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"The New Art and Science Behind Enhanced Brain Performance" (Encore presentation.)

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Aired on Monday, February 24th.

(Please note: This show originally aired in September of last year.) As we grow older, of course, our bodies become less capable --- and less reliable --- when it comes to doing all the things we used to do. But as our guest reports on ST today, one of the very exciting findings in recent medical research is that the human brain can actually grow (and get stronger) over time --- and a bigger brain means better memory, increased creativity, sharper concentration skills, and a more rapid speed of learning. Our guest is Dr. Majid Fotuhi, an internationally recognized neurologist, science writer, and medical commentator. (His television series, Fight Alzheimer's Early, has aired on PBS stations nationwide.) Dr. Fotuhi is also the co-author of a new book, "Boost Your Brain: The New Art and Science Behind Enhanced Brain Performance." In this volume, Dr. Fotuhi (who was at Johns Hopkins and Harvard Medical School for more than two decades) guides us through the innovative brain fitness program that he has developed for his patients at the NeurExpand Brain Center, an institute dedicated to helping people quickly sharpen their brain performance. Detailed and useful information is given, for example, on how to spur new brain-cell growth, which foods help to build new synapses, what creates brain reserve, why one common sleep disorder can reduce one's memory by as much as 18 percent, and so forth.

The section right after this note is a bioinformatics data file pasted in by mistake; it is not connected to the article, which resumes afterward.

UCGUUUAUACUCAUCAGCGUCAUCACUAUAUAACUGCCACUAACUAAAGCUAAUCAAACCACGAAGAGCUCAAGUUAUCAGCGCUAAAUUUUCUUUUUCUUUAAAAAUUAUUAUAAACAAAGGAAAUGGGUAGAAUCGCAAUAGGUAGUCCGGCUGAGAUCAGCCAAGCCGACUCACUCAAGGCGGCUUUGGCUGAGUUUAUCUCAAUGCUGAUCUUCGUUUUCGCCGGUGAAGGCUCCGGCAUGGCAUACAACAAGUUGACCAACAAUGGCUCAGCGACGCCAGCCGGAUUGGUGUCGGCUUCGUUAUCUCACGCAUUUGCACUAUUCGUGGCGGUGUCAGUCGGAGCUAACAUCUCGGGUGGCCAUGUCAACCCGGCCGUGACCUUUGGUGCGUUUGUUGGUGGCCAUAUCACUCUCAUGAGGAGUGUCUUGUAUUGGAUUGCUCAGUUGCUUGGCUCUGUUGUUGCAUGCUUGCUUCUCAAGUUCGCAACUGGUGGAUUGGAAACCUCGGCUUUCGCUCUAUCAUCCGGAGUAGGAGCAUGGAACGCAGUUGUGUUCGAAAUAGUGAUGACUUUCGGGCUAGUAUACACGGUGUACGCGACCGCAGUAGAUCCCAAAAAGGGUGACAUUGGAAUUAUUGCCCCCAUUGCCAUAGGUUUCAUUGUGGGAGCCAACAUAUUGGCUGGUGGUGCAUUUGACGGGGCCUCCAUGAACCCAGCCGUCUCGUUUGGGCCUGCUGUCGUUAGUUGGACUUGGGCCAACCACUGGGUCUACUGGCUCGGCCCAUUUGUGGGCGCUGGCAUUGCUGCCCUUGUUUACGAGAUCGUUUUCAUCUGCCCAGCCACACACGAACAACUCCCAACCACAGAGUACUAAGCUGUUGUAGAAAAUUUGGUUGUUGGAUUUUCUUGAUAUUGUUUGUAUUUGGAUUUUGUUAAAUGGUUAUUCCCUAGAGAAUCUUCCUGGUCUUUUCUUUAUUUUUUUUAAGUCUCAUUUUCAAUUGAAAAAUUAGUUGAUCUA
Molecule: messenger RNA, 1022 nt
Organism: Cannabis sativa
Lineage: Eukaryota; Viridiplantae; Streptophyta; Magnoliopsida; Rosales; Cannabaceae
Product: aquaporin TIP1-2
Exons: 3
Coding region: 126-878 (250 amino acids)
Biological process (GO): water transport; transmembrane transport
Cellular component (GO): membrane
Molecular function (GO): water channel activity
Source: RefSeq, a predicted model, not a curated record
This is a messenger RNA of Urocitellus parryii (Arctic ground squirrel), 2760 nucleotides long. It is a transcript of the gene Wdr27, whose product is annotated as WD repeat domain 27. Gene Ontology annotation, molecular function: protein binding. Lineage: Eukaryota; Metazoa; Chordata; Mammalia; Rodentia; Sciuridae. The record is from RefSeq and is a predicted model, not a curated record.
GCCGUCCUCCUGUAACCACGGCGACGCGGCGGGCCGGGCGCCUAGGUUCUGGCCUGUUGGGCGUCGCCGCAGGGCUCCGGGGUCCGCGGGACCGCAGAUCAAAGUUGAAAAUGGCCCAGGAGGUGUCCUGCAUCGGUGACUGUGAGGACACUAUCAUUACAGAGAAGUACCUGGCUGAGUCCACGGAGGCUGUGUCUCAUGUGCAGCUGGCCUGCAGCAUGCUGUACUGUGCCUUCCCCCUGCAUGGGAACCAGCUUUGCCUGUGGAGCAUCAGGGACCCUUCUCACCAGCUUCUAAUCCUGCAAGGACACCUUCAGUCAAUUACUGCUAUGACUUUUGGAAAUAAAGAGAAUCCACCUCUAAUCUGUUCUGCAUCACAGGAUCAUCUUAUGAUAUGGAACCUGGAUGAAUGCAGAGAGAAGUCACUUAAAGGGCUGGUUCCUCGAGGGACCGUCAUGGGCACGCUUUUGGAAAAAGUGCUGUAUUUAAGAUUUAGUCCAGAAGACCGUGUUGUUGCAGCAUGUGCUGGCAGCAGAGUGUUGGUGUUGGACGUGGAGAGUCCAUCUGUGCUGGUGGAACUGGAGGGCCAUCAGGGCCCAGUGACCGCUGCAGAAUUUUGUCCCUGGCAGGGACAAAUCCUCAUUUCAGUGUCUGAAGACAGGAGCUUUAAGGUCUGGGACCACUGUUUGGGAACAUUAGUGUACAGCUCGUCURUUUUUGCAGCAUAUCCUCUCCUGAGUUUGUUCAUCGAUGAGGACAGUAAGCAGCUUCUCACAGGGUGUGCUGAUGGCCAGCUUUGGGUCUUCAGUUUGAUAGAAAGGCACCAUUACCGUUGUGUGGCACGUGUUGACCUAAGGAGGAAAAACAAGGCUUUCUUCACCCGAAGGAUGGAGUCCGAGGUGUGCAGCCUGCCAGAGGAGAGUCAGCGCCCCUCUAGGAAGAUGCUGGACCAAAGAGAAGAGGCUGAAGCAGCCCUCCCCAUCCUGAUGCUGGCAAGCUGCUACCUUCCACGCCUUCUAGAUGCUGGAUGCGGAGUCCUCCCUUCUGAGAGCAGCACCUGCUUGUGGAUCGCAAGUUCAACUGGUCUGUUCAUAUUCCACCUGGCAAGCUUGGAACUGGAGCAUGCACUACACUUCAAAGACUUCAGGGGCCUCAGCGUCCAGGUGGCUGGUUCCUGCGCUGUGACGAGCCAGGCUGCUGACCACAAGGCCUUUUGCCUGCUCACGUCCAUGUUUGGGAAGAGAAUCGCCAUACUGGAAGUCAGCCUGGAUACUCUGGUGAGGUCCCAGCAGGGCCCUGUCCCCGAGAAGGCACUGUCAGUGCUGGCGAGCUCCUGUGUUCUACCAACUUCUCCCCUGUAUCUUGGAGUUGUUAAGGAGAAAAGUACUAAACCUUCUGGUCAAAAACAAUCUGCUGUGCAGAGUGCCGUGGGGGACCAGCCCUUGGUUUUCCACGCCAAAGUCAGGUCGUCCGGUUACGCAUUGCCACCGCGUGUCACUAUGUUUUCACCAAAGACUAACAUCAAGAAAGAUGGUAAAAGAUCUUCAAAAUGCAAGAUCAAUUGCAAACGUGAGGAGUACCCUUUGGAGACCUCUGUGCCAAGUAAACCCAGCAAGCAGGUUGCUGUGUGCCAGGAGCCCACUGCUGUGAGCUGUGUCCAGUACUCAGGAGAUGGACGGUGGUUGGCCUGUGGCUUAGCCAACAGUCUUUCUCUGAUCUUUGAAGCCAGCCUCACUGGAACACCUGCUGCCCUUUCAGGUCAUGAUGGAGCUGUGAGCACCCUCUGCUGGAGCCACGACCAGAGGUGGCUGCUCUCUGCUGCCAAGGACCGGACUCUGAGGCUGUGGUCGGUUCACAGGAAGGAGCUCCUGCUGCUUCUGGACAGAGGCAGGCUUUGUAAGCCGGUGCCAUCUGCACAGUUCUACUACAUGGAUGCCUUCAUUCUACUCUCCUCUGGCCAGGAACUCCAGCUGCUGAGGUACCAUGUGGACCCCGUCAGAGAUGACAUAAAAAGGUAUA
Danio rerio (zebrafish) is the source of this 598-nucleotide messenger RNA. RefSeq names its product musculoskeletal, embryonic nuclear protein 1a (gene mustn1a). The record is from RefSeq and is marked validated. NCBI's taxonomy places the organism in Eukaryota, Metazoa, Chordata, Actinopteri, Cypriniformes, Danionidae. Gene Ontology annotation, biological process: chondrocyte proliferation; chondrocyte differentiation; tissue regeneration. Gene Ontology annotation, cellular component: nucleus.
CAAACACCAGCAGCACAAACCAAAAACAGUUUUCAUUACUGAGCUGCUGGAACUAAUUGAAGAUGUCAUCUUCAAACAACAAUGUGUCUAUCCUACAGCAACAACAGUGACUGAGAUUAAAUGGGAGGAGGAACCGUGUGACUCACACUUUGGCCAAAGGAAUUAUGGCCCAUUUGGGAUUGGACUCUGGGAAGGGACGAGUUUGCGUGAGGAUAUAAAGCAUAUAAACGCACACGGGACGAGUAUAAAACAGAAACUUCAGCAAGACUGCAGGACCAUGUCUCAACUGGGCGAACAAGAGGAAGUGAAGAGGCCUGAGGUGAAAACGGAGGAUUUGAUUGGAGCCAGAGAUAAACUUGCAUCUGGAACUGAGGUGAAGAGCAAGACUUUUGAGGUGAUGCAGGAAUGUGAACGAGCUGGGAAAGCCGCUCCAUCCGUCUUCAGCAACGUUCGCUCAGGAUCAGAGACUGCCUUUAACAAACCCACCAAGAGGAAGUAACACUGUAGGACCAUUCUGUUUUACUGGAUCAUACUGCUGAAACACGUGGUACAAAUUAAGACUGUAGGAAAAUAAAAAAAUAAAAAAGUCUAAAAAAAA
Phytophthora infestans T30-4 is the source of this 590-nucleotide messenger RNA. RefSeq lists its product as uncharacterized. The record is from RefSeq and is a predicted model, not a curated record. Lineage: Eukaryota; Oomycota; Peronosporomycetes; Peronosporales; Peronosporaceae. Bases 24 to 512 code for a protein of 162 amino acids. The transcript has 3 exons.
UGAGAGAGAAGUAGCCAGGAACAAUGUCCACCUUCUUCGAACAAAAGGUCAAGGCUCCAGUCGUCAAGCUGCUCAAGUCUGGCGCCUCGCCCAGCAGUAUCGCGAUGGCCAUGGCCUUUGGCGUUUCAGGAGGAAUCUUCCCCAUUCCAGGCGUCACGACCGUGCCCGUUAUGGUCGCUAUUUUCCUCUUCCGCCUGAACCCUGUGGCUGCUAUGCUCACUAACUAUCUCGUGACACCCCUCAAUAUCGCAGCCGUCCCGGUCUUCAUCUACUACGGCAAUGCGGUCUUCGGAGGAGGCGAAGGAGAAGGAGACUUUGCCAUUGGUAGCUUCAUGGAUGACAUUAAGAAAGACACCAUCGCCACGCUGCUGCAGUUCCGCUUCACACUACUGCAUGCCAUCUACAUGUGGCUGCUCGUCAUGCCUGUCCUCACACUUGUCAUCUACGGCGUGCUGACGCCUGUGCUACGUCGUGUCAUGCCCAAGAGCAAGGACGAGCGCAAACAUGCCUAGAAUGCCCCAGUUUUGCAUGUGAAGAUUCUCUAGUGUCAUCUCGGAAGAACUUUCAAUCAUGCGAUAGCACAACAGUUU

Rich Fisher passed through KWGS about thirty years ago, and just never left. Today, he is the general manager of Public Radio Tulsa, and the host of KWGS’s public affairs program, StudioTulsa, which celebrated its twentieth anniversary in August 2012 . As host of StudioTulsa, Rich has conducted roughly four thousand long-form interviews with local, national, and international figures in the arts, humanities, sciences, and government. Very few interviews have gone smoothly. Despite this, he has been honored for his work by several organizations including the Governor's Arts Award for Media by the State Arts Council, a Harwelden Award from the Arts & Humanities Council of Tulsa, and was named one of the “99 Great Things About Oklahoma” in 2000 by Oklahoma Today magazine.
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